IIn April of this year, Kurt Bedenkopf made another big appearance, albeit on a small scale. Lawyer, professor and politician, the University of Leipzig awarded him an honorary doctorate for his lifelong work. “During his time as Prime Minister of the Free State of Saxony, he never forgot to advocate for the University’s causes,” said university president Pete Schocking in her speech of praise. Because of the pandemic, Biedenkopf accepted the award without a live audience at the Dresden State Chancellery – the place where he served for twelve years as the first head of government after the re-establishment of Saxony in 1990. By that time, Biedenkopf’s political career was already over.
After his initial steep rise as a member of the Bundestag and General Secretary of the CDU under Helmut Kohl – an office that resigned in 1977 in a dispute with the CDU president – Bidenkopf became president of the CDU Westphalia-Liby and subsequently merged with the Rhineland regional union in 1986 Head of the CDU in North Rhine-Westphalia. However, he was unsuccessful in uniting the rival unions, so that a year later Cole installed Norbert Blum as party leader. Bednikov resigned from the mandate of the state parliament and withdrew from everyday politics.
It was preceded by the reputation of the unconventional mind
Since then, he has worked as a lawyer again, but has repeatedly intervened in social discussions. The massive consumption of resources in industrialized countries, the aging of society and the unsustainability of the legal pension system, pushed him, yes, to leave him without peace. Lively, Bidenkopf took to the field against what he believed to be an especially strong mindset to preserve acquired rights in Germany, warned early on about the collapse of the pay-as-you-go pension, and for decades advocated fundamental reform of this system.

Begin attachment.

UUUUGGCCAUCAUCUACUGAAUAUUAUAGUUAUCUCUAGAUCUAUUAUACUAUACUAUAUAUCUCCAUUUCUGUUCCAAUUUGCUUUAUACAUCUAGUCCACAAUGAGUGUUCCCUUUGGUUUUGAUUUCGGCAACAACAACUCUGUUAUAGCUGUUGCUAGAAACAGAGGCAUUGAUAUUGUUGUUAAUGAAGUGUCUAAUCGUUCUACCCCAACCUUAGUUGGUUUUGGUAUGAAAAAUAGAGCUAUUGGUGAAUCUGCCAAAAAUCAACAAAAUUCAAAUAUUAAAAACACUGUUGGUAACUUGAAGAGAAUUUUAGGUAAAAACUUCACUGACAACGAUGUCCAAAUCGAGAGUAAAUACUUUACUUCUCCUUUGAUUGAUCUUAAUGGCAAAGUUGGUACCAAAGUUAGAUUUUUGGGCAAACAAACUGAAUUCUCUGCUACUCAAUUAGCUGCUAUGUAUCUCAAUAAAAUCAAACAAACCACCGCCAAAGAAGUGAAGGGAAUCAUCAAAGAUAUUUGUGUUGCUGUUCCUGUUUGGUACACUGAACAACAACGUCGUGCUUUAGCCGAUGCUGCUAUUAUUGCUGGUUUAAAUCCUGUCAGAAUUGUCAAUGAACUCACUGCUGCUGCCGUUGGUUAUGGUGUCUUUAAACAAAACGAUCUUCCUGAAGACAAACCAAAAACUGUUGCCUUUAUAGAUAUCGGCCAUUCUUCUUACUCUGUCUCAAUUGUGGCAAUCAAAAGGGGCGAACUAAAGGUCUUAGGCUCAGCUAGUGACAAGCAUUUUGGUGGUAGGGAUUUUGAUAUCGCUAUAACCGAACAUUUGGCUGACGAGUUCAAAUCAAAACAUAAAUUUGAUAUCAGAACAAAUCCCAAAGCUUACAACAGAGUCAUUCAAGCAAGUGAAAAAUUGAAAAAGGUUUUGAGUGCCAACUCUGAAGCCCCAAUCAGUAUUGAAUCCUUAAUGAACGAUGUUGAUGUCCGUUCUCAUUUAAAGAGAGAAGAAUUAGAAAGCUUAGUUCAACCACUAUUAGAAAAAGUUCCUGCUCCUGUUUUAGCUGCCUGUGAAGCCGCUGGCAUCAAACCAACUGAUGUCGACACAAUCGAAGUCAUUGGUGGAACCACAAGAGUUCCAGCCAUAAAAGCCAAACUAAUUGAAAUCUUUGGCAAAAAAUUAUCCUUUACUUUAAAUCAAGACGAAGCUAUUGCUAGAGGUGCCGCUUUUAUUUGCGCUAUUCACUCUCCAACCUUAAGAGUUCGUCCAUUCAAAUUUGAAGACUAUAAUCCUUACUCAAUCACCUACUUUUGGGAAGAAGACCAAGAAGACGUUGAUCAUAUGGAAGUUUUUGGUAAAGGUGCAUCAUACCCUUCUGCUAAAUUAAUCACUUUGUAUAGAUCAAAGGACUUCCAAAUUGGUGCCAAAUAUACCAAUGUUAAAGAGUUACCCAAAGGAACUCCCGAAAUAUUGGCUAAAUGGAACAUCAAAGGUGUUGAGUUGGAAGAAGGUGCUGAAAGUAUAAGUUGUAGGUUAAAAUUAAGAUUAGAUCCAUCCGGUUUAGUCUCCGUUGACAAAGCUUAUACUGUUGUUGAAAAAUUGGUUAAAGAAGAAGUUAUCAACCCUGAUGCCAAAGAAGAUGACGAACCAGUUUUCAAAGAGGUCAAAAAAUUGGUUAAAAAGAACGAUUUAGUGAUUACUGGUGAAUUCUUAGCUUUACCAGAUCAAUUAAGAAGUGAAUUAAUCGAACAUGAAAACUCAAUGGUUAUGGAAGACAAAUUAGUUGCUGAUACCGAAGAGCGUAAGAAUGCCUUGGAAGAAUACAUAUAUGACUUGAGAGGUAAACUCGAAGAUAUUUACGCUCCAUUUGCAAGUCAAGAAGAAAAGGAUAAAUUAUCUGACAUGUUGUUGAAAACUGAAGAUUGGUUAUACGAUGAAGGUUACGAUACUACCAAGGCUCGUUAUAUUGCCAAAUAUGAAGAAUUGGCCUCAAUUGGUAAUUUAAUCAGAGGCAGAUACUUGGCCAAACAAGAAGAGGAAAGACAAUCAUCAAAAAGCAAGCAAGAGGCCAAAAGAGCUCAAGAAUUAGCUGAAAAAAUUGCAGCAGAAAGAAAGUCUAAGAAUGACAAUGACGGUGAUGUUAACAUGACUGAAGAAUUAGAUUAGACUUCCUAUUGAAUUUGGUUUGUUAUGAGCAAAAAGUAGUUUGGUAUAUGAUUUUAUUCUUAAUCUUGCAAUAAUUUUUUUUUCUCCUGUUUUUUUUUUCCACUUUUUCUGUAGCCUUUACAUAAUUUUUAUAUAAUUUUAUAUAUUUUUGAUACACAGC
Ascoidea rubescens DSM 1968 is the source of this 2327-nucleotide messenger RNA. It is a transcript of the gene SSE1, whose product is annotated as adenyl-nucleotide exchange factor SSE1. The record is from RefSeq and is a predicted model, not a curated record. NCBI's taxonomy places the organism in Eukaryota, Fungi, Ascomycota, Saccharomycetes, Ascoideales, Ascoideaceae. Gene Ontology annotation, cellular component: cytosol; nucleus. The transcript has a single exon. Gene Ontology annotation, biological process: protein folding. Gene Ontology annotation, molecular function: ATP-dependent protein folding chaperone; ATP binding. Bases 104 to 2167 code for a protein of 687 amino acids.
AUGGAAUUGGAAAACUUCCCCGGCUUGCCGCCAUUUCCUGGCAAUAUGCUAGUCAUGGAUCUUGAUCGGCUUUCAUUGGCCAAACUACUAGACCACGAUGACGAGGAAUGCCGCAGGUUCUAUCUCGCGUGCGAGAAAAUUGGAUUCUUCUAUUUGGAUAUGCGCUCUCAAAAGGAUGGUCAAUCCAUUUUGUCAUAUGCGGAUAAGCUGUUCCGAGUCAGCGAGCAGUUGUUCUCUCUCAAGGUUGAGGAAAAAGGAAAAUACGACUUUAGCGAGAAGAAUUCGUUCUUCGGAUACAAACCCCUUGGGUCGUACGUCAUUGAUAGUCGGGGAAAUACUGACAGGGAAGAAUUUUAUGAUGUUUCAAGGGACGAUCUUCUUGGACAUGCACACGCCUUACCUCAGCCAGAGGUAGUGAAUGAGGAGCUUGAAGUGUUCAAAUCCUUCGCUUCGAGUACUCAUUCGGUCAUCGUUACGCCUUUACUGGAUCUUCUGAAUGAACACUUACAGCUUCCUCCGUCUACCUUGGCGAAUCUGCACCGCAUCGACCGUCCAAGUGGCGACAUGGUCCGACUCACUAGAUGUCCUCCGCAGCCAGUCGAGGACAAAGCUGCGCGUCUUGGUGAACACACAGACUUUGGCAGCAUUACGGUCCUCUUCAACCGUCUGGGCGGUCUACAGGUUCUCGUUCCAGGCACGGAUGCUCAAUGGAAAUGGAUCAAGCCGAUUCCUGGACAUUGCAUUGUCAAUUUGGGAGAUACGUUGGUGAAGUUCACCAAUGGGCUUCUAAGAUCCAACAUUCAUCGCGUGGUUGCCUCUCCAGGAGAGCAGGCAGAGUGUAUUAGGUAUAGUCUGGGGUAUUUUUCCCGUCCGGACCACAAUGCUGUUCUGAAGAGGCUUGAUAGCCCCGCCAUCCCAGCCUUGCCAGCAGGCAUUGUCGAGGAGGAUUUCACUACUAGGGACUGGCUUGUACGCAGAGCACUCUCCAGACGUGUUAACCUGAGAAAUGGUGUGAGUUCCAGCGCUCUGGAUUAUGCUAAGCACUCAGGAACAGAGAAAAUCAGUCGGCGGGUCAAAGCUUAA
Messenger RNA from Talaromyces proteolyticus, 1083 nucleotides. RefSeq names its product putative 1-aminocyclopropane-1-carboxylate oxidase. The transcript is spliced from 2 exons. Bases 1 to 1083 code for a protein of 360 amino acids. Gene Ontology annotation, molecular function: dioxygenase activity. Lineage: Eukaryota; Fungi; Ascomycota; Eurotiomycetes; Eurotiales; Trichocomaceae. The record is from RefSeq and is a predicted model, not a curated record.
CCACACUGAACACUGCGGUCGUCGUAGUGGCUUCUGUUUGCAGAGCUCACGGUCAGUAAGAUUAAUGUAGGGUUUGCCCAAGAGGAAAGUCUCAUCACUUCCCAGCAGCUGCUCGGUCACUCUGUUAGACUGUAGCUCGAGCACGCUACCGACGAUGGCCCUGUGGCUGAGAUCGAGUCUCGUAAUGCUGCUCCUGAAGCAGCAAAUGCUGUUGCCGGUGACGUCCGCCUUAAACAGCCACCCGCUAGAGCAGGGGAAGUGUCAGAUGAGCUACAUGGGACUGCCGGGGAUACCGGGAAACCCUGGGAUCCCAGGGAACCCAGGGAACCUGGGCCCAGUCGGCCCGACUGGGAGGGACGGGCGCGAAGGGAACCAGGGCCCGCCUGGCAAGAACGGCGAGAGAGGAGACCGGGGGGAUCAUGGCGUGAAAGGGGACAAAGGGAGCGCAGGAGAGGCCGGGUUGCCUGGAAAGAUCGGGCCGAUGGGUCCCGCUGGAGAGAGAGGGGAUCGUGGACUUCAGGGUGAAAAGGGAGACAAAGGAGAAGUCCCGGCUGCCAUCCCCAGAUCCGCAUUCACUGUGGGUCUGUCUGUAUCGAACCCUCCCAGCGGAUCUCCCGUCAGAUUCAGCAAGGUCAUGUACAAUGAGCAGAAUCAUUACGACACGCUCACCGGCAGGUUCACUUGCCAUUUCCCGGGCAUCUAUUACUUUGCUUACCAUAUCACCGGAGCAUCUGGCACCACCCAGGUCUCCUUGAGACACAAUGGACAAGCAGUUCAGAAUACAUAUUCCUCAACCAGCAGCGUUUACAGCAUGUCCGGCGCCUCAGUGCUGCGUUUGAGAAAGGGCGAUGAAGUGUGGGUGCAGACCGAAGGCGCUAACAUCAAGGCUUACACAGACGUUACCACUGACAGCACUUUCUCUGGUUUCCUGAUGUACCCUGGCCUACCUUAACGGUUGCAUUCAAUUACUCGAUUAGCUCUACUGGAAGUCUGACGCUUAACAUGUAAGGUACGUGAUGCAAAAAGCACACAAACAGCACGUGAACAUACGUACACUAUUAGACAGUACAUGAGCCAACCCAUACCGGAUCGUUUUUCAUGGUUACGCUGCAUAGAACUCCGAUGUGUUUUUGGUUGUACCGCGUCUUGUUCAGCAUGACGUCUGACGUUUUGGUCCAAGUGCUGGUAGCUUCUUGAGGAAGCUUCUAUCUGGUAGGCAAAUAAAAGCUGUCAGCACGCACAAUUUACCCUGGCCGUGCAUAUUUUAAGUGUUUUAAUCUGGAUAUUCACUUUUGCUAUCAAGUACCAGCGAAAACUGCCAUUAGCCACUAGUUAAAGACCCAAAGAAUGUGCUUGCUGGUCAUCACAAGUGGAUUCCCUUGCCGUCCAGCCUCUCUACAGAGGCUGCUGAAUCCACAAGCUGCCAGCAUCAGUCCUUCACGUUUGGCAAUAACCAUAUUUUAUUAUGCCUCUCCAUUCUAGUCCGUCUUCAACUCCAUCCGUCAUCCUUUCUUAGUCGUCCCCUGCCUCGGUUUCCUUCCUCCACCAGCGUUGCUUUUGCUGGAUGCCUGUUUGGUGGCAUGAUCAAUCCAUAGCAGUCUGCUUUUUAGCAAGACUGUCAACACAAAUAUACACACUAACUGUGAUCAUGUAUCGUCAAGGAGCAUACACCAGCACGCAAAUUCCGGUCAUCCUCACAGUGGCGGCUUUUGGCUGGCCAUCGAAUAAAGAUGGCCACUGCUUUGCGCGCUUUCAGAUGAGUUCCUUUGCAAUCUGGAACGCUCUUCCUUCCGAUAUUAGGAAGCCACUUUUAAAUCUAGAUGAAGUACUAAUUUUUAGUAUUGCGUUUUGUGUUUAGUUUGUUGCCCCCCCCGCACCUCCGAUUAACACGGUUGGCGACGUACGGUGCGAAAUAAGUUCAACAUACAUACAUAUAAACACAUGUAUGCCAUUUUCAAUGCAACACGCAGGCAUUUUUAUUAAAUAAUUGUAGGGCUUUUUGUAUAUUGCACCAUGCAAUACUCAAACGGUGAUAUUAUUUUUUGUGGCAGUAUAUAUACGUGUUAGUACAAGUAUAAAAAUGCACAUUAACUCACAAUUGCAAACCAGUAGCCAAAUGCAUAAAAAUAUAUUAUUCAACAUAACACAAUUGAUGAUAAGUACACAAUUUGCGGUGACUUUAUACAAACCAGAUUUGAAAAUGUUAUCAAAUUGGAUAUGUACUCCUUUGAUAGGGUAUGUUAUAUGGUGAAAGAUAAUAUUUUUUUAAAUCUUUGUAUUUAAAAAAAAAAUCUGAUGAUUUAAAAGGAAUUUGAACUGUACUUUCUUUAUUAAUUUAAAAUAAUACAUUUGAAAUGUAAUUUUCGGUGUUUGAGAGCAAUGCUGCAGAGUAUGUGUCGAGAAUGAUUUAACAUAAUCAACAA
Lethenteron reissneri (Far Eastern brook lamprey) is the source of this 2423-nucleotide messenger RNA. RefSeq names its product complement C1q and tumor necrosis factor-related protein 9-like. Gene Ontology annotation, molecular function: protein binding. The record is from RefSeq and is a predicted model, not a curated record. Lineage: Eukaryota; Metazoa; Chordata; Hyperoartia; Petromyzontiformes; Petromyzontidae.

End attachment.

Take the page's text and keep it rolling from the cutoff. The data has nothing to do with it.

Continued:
In a shrinking society, the older cohorts had to actively take care of themselves and could not simply rely on the declining youth and the statutory pension, was his dogma. “With Biedenkopf I always have the impression that our stupidity excites him greatly,” wrote the then-president of the German Theater Association, August Everding, in a commemorative post on Biedenkopf’s 60th birthday in 1990.
Even at a young age, Biedenkopf was known for being an unconventional boss. From 1949 he studied politics in the United States and then law and economics in Munich and Frankfurt. He received his Ph.D. in economics, completed his qualification in commercial, economic and labor law, and was appointed to the Ruhr University Bochum in 1967 as the youngest dean in West Germany at the time. He was in close contact with politics when the Bundestag appointed him Chairman of the Committee for the Formation of Employee Participation in Private Companies in 1968. At the beginning of the 1970s, Bidenkopf then moved to the management of the Henkel Group.
“Alcohol buff. Troublemaker. Introvert. Student. Social media lover. Web ninja. Bacon fan. Reader.”